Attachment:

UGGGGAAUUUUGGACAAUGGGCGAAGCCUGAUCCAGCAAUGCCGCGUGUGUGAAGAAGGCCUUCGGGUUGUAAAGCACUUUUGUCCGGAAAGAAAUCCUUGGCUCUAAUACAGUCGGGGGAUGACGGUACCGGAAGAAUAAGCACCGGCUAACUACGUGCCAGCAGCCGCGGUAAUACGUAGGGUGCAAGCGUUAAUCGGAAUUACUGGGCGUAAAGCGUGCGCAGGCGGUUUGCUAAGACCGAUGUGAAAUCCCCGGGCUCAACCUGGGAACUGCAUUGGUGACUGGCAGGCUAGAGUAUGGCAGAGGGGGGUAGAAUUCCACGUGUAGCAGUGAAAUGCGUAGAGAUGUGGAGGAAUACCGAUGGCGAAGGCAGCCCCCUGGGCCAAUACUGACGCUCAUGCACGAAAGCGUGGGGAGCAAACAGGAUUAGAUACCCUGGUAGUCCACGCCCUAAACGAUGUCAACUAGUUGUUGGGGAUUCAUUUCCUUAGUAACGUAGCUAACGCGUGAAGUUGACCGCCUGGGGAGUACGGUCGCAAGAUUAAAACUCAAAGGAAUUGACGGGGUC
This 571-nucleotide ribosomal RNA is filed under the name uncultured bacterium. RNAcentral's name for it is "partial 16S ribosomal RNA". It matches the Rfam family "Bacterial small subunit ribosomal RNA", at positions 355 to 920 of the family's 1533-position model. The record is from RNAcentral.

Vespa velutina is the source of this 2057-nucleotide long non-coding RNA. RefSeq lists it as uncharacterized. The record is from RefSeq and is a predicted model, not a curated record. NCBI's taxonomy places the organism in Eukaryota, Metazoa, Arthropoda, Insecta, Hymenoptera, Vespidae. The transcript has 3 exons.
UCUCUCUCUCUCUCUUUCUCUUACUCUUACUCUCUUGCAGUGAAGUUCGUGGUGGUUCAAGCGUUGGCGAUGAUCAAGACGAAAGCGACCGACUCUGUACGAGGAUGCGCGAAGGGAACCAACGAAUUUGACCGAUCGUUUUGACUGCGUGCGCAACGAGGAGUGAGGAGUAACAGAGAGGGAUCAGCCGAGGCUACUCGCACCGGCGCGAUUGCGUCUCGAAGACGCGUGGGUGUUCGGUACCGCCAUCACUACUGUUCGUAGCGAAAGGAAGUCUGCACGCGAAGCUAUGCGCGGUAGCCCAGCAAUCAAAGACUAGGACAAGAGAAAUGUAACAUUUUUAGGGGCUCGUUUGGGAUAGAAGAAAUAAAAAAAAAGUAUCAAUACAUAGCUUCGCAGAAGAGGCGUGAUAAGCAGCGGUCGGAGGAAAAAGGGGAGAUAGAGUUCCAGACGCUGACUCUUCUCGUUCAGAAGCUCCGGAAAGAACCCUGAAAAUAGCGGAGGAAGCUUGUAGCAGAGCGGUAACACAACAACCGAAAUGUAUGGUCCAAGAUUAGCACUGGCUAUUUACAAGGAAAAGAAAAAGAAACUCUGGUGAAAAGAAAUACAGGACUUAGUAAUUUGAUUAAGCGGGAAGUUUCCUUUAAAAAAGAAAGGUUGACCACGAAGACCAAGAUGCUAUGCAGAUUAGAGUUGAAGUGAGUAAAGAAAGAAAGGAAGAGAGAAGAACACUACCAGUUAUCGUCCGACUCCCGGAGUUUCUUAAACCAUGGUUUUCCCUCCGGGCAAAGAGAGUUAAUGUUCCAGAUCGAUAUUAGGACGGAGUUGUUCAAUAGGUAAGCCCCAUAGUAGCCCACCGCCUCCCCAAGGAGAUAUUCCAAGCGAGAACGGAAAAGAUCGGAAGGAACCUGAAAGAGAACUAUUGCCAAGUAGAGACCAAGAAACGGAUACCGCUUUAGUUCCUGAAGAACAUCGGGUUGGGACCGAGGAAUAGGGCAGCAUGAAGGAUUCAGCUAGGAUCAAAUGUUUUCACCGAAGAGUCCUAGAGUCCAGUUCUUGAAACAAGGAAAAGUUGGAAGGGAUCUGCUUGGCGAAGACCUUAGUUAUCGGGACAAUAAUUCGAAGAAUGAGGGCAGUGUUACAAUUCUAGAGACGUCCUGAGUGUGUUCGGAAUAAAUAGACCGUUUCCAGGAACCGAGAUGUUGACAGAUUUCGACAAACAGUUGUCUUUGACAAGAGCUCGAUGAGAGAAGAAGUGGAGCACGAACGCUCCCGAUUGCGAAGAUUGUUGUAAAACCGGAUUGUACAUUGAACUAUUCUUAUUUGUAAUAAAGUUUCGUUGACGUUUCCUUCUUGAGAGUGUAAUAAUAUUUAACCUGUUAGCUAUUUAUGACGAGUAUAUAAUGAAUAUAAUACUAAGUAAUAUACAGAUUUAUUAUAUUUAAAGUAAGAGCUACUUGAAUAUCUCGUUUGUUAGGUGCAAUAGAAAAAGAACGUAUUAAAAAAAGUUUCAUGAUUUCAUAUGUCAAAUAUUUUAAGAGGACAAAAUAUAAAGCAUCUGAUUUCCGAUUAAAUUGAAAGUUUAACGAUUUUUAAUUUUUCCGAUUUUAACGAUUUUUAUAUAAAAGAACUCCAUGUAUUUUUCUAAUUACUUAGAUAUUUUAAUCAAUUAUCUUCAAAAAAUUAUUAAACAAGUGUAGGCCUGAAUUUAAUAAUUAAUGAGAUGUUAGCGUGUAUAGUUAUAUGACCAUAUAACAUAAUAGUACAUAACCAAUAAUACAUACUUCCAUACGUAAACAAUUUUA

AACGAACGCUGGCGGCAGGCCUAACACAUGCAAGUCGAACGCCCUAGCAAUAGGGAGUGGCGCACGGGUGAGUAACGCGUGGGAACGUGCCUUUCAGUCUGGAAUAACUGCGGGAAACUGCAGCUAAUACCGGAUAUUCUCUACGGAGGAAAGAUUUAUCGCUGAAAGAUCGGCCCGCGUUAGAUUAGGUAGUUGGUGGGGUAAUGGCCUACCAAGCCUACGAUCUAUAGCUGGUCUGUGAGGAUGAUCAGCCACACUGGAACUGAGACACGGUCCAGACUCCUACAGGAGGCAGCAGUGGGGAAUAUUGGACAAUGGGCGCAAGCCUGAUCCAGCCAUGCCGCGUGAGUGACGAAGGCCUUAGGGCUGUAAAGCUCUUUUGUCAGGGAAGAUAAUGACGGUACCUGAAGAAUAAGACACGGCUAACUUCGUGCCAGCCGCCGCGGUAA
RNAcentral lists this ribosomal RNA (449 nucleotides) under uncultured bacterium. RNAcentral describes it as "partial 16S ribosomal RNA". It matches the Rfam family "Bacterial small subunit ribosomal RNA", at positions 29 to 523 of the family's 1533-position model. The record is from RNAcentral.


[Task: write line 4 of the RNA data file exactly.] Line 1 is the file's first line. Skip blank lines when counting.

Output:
UCUCUCUCUCUCUCUUUCUCUUACUCUUACUCUCUUGCAGUGAAGUUCGUGGUGGUUCAAGCGUUGGCGAUGAUCAAGACGAAAGCGACCGACUCUGUACGAGGAUGCGCGAAGGGAACCAACGAAUUUGACCGAUCGUUUUGACUGCGUGCGCAACGAGGAGUGAGGAGUAACAGAGAGGGAUCAGCCGAGGCUACUCGCACCGGCGCGAUUGCGUCUCGAAGACGCGUGGGUGUUCGGUACCGCCAUCACUACUGUUCGUAGCGAAAGGAAGUCUGCACGCGAAGCUAUGCGCGGUAGCCCAGCAAUCAAAGACUAGGACAAGAGAAAUGUAACAUUUUUAGGGGCUCGUUUGGGAUAGAAGAAAUAAAAAAAAAGUAUCAAUACAUAGCUUCGCAGAAGAGGCGUGAUAAGCAGCGGUCGGAGGAAAAAGGGGAGAUAGAGUUCCAGACGCUGACUCUUCUCGUUCAGAAGCUCCGGAAAGAACCCUGAAAAUAGCGGAGGAAGCUUGUAGCAGAGCGGUAACACAACAACCGAAAUGUAUGGUCCAAGAUUAGCACUGGCUAUUUACAAGGAAAAGAAAAAGAAACUCUGGUGAAAAGAAAUACAGGACUUAGUAAUUUGAUUAAGCGGGAAGUUUCCUUUAAAAAAGAAAGGUUGACCACGAAGACCAAGAUGCUAUGCAGAUUAGAGUUGAAGUGAGUAAAGAAAGAAAGGAAGAGAGAAGAACACUACCAGUUAUCGUCCGACUCCCGGAGUUUCUUAAACCAUGGUUUUCCCUCCGGGCAAAGAGAGUUAAUGUUCCAGAUCGAUAUUAGGACGGAGUUGUUCAAUAGGUAAGCCCCAUAGUAGCCCACCGCCUCCCCAAGGAGAUAUUCCAAGCGAGAACGGAAAAGAUCGGAAGGAACCUGAAAGAGAACUAUUGCCAAGUAGAGACCAAGAAACGGAUACCGCUUUAGUUCCUGAAGAACAUCGGGUUGGGACCGAGGAAUAGGGCAGCAUGAAGGAUUCAGCUAGGAUCAAAUGUUUUCACCGAAGAGUCCUAGAGUCCAGUUCUUGAAACAAGGAAAAGUUGGAAGGGAUCUGCUUGGCGAAGACCUUAGUUAUCGGGACAAUAAUUCGAAGAAUGAGGGCAGUGUUACAAUUCUAGAGACGUCCUGAGUGUGUUCGGAAUAAAUAGACCGUUUCCAGGAACCGAGAUGUUGACAGAUUUCGACAAACAGUUGUCUUUGACAAGAGCUCGAUGAGAGAAGAAGUGGAGCACGAACGCUCCCGAUUGCGAAGAUUGUUGUAAAACCGGAUUGUACAUUGAACUAUUCUUAUUUGUAAUAAAGUUUCGUUGACGUUUCCUUCUUGAGAGUGUAAUAAUAUUUAACCUGUUAGCUAUUUAUGACGAGUAUAUAAUGAAUAUAAUACUAAGUAAUAUACAGAUUUAUUAUAUUUAAAGUAAGAGCUACUUGAAUAUCUCGUUUGUUAGGUGCAAUAGAAAAAGAACGUAUUAAAAAAAGUUUCAUGAUUUCAUAUGUCAAAUAUUUUAAGAGGACAAAAUAUAAAGCAUCUGAUUUCCGAUUAAAUUGAAAGUUUAACGAUUUUUAAUUUUUCCGAUUUUAACGAUUUUUAUAUAAAAGAACUCCAUGUAUUUUUCUAAUUACUUAGAUAUUUUAAUCAAUUAUCUUCAAAAAAUUAUUAAACAAGUGUAGGCCUGAAUUUAAUAAUUAAUGAGAUGUUAGCGUGUAUAGUUAUAUGACCAUAUAACAUAAUAGUACAUAACCAAUAAUACAUACUUCCAUACGUAAACAAUUUUA